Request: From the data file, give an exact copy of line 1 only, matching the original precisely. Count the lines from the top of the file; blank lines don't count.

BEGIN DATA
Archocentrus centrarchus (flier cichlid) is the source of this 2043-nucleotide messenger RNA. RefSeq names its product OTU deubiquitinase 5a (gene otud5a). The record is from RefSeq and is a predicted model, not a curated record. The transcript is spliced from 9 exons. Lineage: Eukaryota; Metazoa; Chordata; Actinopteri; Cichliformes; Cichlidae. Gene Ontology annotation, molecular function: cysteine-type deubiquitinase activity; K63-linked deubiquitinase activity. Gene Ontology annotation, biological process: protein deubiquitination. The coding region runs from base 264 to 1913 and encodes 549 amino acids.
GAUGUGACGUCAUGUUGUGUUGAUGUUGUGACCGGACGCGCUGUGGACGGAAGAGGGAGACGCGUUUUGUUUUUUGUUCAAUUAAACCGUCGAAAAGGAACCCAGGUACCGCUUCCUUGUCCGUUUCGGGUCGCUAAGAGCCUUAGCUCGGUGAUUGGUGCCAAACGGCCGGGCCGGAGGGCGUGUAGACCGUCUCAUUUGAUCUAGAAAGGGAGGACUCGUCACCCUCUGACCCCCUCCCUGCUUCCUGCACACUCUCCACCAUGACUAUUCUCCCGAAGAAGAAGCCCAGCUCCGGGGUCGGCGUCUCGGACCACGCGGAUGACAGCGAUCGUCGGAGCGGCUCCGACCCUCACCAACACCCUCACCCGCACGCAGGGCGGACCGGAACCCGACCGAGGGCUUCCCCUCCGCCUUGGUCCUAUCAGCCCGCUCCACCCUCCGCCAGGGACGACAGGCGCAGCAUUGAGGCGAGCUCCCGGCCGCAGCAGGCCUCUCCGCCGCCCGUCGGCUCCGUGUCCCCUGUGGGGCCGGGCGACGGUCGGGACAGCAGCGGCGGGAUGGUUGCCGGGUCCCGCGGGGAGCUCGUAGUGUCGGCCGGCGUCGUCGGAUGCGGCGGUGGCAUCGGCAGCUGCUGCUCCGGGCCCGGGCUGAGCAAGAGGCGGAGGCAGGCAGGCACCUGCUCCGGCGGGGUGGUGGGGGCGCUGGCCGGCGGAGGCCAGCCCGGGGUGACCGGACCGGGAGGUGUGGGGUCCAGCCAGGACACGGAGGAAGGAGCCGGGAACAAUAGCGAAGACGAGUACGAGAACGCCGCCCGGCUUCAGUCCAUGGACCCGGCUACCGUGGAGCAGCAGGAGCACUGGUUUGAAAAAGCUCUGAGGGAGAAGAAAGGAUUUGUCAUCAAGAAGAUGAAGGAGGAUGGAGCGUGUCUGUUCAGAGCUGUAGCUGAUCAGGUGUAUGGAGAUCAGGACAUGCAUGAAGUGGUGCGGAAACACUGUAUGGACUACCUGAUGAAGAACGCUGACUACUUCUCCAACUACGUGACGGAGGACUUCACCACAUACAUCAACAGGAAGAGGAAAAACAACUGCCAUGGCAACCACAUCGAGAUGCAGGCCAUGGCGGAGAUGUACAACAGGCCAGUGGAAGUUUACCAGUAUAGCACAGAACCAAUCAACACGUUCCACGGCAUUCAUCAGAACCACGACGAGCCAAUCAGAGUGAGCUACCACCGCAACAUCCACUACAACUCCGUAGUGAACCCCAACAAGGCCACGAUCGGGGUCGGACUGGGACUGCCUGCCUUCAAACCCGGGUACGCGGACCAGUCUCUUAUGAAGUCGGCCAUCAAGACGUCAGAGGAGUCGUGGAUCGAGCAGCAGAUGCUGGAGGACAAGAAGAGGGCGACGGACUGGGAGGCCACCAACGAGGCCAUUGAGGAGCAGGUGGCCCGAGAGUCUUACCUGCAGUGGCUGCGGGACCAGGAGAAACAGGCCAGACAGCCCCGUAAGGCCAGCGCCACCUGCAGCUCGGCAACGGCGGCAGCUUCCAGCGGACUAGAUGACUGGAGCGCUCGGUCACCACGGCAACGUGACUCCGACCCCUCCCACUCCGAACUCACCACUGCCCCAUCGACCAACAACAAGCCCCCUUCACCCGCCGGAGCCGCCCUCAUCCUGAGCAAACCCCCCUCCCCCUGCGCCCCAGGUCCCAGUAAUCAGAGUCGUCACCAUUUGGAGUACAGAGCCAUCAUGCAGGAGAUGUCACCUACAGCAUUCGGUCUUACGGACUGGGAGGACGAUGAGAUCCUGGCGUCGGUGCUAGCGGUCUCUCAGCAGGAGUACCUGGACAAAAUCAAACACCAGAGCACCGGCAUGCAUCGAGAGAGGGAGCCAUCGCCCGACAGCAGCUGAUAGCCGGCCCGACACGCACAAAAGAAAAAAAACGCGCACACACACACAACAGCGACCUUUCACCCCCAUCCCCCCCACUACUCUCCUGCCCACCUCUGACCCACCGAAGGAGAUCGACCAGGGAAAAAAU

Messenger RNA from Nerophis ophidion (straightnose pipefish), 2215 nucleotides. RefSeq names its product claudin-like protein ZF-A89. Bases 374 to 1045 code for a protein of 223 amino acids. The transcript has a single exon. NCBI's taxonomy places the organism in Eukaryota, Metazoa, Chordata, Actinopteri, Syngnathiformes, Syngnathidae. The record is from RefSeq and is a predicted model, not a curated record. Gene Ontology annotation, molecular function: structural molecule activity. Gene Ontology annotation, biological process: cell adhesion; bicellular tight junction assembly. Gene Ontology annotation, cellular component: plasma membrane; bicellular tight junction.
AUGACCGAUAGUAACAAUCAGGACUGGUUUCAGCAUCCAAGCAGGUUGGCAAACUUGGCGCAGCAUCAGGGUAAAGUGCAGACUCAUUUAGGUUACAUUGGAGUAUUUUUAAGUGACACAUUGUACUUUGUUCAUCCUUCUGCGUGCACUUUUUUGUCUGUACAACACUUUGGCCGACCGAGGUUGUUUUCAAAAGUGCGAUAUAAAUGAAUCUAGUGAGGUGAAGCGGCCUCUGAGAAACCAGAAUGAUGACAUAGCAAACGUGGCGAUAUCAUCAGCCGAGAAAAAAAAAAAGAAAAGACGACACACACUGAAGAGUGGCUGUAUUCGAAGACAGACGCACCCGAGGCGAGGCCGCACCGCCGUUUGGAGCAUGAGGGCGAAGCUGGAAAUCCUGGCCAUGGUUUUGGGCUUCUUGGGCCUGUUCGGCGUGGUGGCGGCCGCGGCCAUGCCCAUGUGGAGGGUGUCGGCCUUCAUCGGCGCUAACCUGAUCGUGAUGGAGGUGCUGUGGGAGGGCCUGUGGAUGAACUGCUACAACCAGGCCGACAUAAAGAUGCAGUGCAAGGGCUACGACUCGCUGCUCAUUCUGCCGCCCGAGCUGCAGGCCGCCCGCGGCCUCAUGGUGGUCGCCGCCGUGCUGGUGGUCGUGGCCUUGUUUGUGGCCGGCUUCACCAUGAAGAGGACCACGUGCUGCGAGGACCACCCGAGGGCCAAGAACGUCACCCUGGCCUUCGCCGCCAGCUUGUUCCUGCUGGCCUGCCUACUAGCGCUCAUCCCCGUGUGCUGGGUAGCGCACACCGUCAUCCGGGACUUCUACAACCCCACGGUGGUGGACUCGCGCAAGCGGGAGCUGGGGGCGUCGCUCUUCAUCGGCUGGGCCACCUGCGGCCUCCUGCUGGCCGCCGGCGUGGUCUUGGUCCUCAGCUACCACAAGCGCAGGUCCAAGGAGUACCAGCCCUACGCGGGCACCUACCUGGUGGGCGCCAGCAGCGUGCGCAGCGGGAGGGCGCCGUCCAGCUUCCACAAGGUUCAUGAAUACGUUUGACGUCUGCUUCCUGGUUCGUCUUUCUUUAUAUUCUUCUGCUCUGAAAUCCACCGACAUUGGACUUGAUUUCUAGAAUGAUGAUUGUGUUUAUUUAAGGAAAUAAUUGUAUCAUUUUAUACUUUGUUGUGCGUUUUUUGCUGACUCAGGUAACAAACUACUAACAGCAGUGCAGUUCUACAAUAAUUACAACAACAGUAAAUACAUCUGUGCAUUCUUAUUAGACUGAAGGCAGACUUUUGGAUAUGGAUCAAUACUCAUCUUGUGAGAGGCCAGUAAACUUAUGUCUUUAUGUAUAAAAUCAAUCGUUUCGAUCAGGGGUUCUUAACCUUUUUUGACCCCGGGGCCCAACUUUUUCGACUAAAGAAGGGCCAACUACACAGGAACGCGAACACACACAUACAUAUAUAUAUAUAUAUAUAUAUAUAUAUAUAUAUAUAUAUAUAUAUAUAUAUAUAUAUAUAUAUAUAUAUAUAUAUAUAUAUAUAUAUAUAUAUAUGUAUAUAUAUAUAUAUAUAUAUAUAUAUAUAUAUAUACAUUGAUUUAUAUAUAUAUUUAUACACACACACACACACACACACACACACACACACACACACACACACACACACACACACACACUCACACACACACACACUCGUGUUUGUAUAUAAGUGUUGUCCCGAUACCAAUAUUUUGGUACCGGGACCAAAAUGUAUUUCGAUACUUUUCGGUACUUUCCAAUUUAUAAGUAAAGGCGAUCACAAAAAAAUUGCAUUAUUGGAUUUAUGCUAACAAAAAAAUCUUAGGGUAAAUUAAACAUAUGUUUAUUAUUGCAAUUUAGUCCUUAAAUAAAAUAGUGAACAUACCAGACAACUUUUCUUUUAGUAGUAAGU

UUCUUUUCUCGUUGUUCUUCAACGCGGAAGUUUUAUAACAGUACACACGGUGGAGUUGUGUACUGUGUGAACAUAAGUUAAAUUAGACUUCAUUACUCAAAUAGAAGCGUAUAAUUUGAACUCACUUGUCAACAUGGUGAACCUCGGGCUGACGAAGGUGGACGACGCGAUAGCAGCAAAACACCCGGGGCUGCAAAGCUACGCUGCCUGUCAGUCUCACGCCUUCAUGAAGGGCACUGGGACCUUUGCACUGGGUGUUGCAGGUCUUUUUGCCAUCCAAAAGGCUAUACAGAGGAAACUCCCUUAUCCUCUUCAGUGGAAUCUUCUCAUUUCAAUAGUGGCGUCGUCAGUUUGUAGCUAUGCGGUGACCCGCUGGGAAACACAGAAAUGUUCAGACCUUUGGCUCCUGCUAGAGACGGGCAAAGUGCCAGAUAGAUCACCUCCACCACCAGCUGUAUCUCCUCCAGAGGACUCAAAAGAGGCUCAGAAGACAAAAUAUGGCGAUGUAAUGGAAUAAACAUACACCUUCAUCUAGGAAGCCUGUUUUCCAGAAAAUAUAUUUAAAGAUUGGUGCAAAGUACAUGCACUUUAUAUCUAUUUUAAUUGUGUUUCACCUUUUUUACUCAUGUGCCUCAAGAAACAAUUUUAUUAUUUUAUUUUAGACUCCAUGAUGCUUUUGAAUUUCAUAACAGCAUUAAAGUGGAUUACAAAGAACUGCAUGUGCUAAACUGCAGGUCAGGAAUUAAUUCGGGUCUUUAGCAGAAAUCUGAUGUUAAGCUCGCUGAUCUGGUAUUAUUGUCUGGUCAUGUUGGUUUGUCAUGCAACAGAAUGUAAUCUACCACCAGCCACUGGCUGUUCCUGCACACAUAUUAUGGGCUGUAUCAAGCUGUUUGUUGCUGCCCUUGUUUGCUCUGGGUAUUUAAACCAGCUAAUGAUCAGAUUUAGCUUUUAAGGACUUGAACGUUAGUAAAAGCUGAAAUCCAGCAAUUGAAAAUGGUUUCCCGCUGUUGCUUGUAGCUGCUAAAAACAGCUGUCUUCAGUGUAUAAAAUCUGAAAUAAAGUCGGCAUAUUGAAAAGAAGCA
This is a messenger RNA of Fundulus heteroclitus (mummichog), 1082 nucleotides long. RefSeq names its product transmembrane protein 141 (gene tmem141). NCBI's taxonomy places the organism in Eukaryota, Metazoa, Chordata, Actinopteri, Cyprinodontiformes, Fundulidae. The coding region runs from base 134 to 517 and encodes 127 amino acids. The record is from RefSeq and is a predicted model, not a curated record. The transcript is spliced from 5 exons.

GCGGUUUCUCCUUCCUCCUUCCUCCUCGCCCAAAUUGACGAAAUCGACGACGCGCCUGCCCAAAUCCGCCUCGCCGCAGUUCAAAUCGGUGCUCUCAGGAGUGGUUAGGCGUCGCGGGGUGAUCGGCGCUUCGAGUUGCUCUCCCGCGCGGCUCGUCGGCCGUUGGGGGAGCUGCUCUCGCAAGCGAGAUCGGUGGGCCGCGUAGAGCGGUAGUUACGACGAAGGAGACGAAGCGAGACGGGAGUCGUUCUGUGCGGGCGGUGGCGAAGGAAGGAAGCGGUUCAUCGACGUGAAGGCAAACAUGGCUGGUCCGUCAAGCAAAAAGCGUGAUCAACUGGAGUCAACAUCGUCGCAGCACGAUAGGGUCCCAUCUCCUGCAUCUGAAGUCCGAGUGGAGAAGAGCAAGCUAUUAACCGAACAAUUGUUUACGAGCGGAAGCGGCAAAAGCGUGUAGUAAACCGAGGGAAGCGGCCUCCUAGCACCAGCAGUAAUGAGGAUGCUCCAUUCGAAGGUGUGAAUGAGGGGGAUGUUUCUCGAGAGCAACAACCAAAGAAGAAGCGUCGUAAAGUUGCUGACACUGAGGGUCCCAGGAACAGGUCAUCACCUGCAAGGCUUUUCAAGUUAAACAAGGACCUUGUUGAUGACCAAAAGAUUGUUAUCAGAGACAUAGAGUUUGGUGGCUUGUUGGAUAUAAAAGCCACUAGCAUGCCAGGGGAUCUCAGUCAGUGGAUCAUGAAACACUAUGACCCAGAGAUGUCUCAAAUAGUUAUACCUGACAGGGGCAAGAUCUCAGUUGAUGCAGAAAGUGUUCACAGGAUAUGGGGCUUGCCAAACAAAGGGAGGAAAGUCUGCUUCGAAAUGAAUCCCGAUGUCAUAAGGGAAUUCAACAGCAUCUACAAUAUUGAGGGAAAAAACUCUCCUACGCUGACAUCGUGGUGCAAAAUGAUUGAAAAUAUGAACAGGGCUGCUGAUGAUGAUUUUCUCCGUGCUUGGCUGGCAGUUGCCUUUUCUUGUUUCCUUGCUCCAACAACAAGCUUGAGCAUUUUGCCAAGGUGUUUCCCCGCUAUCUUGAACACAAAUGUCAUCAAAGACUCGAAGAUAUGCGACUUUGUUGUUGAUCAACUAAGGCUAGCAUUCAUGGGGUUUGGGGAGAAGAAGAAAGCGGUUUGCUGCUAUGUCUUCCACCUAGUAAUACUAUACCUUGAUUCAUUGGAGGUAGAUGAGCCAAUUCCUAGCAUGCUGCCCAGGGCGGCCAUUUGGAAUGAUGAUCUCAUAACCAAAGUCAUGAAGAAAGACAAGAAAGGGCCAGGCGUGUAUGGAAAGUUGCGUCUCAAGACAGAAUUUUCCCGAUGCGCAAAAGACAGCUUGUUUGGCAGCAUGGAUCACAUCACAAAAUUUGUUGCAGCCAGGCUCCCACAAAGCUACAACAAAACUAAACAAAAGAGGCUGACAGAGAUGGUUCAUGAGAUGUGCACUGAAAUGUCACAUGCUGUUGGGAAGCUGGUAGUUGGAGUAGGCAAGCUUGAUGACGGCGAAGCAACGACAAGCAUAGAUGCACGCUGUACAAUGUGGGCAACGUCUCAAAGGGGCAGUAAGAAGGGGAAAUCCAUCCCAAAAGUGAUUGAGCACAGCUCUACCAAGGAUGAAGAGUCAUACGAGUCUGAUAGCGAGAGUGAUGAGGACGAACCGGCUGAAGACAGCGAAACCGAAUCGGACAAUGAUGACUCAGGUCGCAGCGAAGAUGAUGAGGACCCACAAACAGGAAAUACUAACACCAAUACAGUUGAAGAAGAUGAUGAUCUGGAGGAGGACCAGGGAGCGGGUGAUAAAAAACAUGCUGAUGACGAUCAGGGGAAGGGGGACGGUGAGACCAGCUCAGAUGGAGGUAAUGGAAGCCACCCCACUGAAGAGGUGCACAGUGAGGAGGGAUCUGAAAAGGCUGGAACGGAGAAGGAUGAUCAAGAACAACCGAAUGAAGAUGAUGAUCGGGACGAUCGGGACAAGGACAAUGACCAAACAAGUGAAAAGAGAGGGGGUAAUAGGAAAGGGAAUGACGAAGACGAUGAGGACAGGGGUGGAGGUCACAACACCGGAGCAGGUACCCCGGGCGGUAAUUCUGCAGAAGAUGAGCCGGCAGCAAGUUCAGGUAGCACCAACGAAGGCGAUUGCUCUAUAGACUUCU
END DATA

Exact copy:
Archocentrus centrarchus (flier cichlid) is the source of this 2043-nucleotide messenger RNA. RefSeq names its product OTU deubiquitinase 5a (gene otud5a). The record is from RefSeq and is a predicted model, not a curated record. The transcript is spliced from 9 exons. Lineage: Eukaryota; Metazoa; Chordata; Actinopteri; Cichliformes; Cichlidae. Gene Ontology annotation, molecular function: cysteine-type deubiquitinase activity; K63-linked deubiquitinase activity. Gene Ontology annotation, biological process: protein deubiquitination. The coding region runs from base 264 to 1913 and encodes 549 amino acids.